Tips for traveling with a child special needs

Traveling with special needs children this summer?  Check out my best tips and tricks here!

How can I travel easier with my autistic child?

I see this question all the time!  My kids are quite the little travelers at this point and should probably have their own child travel blog.  😂 They've made multiple trips from New Jersey to Houston and San Francisco by plane, moved back and forth between Hawai'i and California (now to Nevada), and countless road trips around the mainland.  I suppose that's one of the benefits to military life and having family all over.

Before you Leave

"Fail to plan, plan to fail."  I know it's annoying, but it's so true in this case.  I don't go overboard, because what special needs mom has that kind of time?  But seriously, if you forget the #1 must have, you know your day of travel is doomed.

  • Start a list on the refrigerator a week or more prior to packing.  Anytime you think of something you need, write it on the list.  Having a list of items to buy upon arrival will also help prevent extra "Oops! I forgot..." trips.
  • When it comes time to pack, use your list and check each item off.
  • Once packed, move your bags out of reach of any kids.  I keep mine in the garage, and it works out beautifully.
  • Consider how you can makes things perform double duty, or what you can borrow at your destination.  Traveling light is a huge help.  I used to have a second set of car seats at my mom's house for this reason.
  • Pack a back pack with any an all things you could possibly need.  Keep like items in the same pocket or in a Ziploc inside the big part. 
  • Pack plenty of your kid's favorite snacks, if you can't find food they'll eat, it's better to at least have snacks to avoid the "hanger" phase.

Traveling by Air

I find that the hardest part with air travel these days isn't the actual flying in the air (at least not for us), but the airport time before and after.  So here are the specific tips I recommend:

  • For the ride, bring an ipad/movie player and headphones.  Even if your kid won't wear them, you will appease the flight attendants pre-takeoff.  Honestly, we rarely used the headphones when they were little because they didn't like them, and you couldn't hear over the engines anyway if the volume was low.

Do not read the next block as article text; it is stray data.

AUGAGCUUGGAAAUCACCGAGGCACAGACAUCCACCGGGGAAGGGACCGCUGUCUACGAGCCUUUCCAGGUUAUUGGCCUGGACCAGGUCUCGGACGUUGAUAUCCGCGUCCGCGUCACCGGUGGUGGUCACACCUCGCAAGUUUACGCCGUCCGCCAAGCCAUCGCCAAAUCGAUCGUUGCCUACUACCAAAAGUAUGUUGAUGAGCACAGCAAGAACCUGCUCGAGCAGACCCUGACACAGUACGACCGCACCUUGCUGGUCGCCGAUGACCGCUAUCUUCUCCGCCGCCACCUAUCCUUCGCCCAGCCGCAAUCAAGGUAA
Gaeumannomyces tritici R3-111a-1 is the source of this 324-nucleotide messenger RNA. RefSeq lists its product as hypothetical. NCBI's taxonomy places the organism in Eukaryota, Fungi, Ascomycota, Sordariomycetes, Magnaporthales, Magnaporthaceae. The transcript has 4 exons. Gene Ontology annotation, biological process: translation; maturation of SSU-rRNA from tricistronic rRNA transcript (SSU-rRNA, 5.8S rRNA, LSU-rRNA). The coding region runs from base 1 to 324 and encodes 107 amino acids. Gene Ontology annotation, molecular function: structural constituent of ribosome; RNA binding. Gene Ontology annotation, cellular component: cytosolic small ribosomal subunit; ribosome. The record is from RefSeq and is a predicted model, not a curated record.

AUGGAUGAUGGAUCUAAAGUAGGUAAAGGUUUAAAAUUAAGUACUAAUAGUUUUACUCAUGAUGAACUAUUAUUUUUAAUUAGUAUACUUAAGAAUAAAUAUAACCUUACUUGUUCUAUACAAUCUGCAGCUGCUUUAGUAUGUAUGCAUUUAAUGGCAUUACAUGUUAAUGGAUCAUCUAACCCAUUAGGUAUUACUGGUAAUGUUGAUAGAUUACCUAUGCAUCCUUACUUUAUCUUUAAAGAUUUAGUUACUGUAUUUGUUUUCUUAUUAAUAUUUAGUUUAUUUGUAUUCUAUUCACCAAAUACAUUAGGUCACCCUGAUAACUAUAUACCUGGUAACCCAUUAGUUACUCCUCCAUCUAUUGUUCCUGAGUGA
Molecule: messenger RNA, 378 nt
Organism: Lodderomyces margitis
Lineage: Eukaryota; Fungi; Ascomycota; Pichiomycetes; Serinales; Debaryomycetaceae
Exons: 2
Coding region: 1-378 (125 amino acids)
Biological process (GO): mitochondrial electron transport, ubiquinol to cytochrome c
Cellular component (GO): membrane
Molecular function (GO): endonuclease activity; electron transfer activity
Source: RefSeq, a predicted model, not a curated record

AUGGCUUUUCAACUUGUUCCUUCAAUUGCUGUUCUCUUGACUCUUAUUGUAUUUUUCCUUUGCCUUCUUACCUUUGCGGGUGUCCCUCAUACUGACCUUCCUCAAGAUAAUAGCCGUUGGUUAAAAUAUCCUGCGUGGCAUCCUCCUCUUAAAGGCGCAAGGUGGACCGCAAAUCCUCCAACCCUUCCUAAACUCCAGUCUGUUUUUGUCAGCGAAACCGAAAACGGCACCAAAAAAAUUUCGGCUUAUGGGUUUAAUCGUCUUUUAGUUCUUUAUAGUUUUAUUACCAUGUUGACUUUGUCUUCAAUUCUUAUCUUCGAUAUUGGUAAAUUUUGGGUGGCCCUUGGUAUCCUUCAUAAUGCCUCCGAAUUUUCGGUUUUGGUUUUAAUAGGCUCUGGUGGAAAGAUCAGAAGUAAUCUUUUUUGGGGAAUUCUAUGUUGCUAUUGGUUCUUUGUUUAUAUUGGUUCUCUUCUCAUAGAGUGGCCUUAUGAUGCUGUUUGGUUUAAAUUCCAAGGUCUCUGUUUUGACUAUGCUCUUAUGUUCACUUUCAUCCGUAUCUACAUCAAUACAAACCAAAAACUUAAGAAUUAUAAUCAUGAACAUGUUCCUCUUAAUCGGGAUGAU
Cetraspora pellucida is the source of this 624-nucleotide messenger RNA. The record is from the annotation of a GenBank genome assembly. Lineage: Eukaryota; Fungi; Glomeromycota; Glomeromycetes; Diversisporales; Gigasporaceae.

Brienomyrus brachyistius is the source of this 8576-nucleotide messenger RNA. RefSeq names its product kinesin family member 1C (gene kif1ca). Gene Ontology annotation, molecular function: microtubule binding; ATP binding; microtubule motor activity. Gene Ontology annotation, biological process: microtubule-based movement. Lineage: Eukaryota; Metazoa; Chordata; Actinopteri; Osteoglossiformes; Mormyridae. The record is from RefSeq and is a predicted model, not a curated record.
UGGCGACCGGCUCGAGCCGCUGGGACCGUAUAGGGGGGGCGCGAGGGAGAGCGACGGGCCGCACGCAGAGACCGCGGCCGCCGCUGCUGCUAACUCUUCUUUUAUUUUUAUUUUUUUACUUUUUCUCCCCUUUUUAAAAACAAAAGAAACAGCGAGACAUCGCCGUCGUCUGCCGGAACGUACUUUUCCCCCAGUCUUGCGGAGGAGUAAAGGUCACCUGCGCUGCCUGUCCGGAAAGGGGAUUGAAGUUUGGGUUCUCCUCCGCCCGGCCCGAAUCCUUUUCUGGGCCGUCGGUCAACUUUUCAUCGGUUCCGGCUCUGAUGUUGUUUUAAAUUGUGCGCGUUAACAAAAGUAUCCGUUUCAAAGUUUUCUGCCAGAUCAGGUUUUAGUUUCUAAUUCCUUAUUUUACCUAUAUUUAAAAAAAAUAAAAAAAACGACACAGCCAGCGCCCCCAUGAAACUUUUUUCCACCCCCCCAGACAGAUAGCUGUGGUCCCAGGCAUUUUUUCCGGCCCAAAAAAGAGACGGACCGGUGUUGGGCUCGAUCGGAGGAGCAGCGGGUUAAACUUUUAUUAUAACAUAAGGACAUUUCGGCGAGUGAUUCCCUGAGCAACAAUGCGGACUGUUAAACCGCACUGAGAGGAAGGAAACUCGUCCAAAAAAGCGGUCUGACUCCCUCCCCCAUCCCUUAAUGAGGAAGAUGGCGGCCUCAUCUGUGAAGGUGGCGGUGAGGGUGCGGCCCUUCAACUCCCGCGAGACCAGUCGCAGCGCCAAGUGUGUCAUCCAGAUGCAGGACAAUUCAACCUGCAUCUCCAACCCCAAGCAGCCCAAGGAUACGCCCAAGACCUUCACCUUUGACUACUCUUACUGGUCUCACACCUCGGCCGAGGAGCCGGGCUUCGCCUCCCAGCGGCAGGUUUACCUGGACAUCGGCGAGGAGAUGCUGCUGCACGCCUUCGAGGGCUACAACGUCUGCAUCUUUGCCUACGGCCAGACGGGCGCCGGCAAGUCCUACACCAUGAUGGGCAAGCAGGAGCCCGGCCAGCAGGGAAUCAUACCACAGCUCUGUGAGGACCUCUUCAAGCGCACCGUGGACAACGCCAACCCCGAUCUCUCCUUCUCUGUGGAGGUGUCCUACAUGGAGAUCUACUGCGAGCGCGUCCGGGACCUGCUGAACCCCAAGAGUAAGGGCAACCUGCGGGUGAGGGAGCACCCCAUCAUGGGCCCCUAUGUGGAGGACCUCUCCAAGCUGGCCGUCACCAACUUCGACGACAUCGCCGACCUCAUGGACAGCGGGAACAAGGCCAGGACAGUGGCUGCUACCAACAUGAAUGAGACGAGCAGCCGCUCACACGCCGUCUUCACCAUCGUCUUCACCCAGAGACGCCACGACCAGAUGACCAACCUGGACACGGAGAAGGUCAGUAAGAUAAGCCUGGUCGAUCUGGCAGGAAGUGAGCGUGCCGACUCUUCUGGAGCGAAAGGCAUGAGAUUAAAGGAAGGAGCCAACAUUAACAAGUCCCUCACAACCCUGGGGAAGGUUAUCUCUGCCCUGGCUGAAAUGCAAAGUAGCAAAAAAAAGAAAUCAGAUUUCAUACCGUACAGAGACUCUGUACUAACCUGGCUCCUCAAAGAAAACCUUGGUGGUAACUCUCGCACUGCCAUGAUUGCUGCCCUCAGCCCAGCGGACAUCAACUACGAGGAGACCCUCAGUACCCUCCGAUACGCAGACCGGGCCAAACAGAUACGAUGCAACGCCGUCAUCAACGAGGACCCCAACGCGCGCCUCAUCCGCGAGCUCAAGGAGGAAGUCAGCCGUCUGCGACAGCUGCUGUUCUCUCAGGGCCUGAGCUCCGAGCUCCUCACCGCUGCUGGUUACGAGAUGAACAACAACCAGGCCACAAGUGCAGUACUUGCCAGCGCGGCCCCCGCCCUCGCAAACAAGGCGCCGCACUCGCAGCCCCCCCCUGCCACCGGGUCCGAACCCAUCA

• Keep all carry-on liquids in the same Ziploc and pack it on the very top of the bag so it's easy to remove for security.
  • If you are bringing a stroller and a car seat, bring a bungee cord to strap the car seat inside the stroller.  Then use the car seat to buckle up your little one.  Do a test run of this to make sure you've got it figured out!
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  • Ask the gate attendant about gate check for your stroller as soon as you check-in.
  • Whatever room you can spare in your carry-on(s), add any books and toys that will keep them distracted and happy.
  • Don't offer a plethora of toys all at ones, hold back and save your heavy hitters for "emergencies"
  • Bring a blanket to help block out light if needed or to create a makes shift pillow.  Your plane may have a changing table, but this can also act as a diaper pad if you need one unexpectedly.
  • Bring a pain reliever- you never know when you might need one- I've been there, trapped for hours with no relief for a suddenly feverish child.
Traveling with special needs children this summer?  Check out my best tips and tricks here!

Traveling by Car 

Many of the above items are still applicable, but there are a few more things to note.

  • Try packing snacks similar to this, but use larger containers of a few favorite snacks.  Hand back just a bit at a time in a smaller container so your ASDer doesn't get overwhelmed.
  • We download plenty of movies to an iPad, and we play the sound through our car speakers.  We save this for when then joy is reallllly starting to fizzle fast.
  • Before we resort to the iPad, we bring a box of books (bringing a box keeps it cleaner).  We also pack new notebooks and crayons and a some favorite toys in these Thirty One pockets.  They attach perfectly to the headrests.  You may be able to find something similar at a local store.
  • Have a plan for restroom and food breaks, but be flexible!  Chances are you will have emergency stops, and getting flustered won't help anyone.  If you have a young child potty training, bring a potty chair in the trunk with plenty of bags to line it!  If you don't use one at home already, make sure to familiarize them with it before hand.
  • If your child willwear headphones, this may save your sanity, so bring them in this case too!
  • When you are planning for stops, see if you can find one near a playground or with a play place (like McDonald's).  Your kids may be in desperate need of some movement and sensory input.
  • If you have weighted blankets or lap pads, go for it!  They work in the car too!
  • Our biggest sanity saver, and splurge, was our Yakima shell. Not having to sift through stuff or feel the fullness if luggage has been a game changer.  I was against the purchase at first... but when my husband accidentally drove into the garage with it on (oops!!!), we ended up buying another before our next trip.  I don't think there is any going back for us.
Traveling with special needs children this summer?  Check out my best tips and tricks here!

Alright, what tips would you seasoned travelers add?!


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